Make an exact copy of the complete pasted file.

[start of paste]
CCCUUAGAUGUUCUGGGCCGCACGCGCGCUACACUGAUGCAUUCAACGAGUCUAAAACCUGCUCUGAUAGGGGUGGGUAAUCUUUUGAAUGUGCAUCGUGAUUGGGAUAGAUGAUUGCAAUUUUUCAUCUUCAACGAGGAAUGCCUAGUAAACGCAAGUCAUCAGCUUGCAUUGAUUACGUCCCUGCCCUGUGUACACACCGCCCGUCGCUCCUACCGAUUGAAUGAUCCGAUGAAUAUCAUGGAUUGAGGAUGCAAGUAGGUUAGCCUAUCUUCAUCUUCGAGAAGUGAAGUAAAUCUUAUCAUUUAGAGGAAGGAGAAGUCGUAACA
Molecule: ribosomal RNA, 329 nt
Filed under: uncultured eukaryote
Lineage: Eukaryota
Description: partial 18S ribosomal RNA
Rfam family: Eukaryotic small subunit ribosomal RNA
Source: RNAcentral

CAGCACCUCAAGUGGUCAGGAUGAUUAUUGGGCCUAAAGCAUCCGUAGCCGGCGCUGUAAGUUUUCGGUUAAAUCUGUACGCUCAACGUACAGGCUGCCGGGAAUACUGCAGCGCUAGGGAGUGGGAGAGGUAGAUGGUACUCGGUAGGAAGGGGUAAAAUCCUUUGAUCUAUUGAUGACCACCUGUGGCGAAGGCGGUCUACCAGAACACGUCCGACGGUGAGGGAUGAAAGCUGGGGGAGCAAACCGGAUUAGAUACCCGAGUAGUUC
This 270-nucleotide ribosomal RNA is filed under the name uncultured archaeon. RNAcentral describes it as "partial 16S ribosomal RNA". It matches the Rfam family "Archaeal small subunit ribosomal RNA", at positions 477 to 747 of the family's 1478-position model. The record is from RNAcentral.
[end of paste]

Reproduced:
CCCUUAGAUGUUCUGGGCCGCACGCGCGCUACACUGAUGCAUUCAACGAGUCUAAAACCUGCUCUGAUAGGGGUGGGUAAUCUUUUGAAUGUGCAUCGUGAUUGGGAUAGAUGAUUGCAAUUUUUCAUCUUCAACGAGGAAUGCCUAGUAAACGCAAGUCAUCAGCUUGCAUUGAUUACGUCCCUGCCCUGUGUACACACCGCCCGUCGCUCCUACCGAUUGAAUGAUCCGAUGAAUAUCAUGGAUUGAGGAUGCAAGUAGGUUAGCCUAUCUUCAUCUUCGAGAAGUGAAGUAAAUCUUAUCAUUUAGAGGAAGGAGAAGUCGUAACA
Molecule: ribosomal RNA, 329 nt
Filed under: uncultured eukaryote
Lineage: Eukaryota
Description: partial 18S ribosomal RNA
Rfam family: Eukaryotic small subunit ribosomal RNA
Source: RNAcentral

CAGCACCUCAAGUGGUCAGGAUGAUUAUUGGGCCUAAAGCAUCCGUAGCCGGCGCUGUAAGUUUUCGGUUAAAUCUGUACGCUCAACGUACAGGCUGCCGGGAAUACUGCAGCGCUAGGGAGUGGGAGAGGUAGAUGGUACUCGGUAGGAAGGGGUAAAAUCCUUUGAUCUAUUGAUGACCACCUGUGGCGAAGGCGGUCUACCAGAACACGUCCGACGGUGAGGGAUGAAAGCUGGGGGAGCAAACCGGAUUAGAUACCCGAGUAGUUC
This 270-nucleotide ribosomal RNA is filed under the name uncultured archaeon. RNAcentral describes it as "partial 16S ribosomal RNA". It matches the Rfam family "Archaeal small subunit ribosomal RNA", at positions 477 to 747 of the family's 1478-position model. The record is from RNAcentral.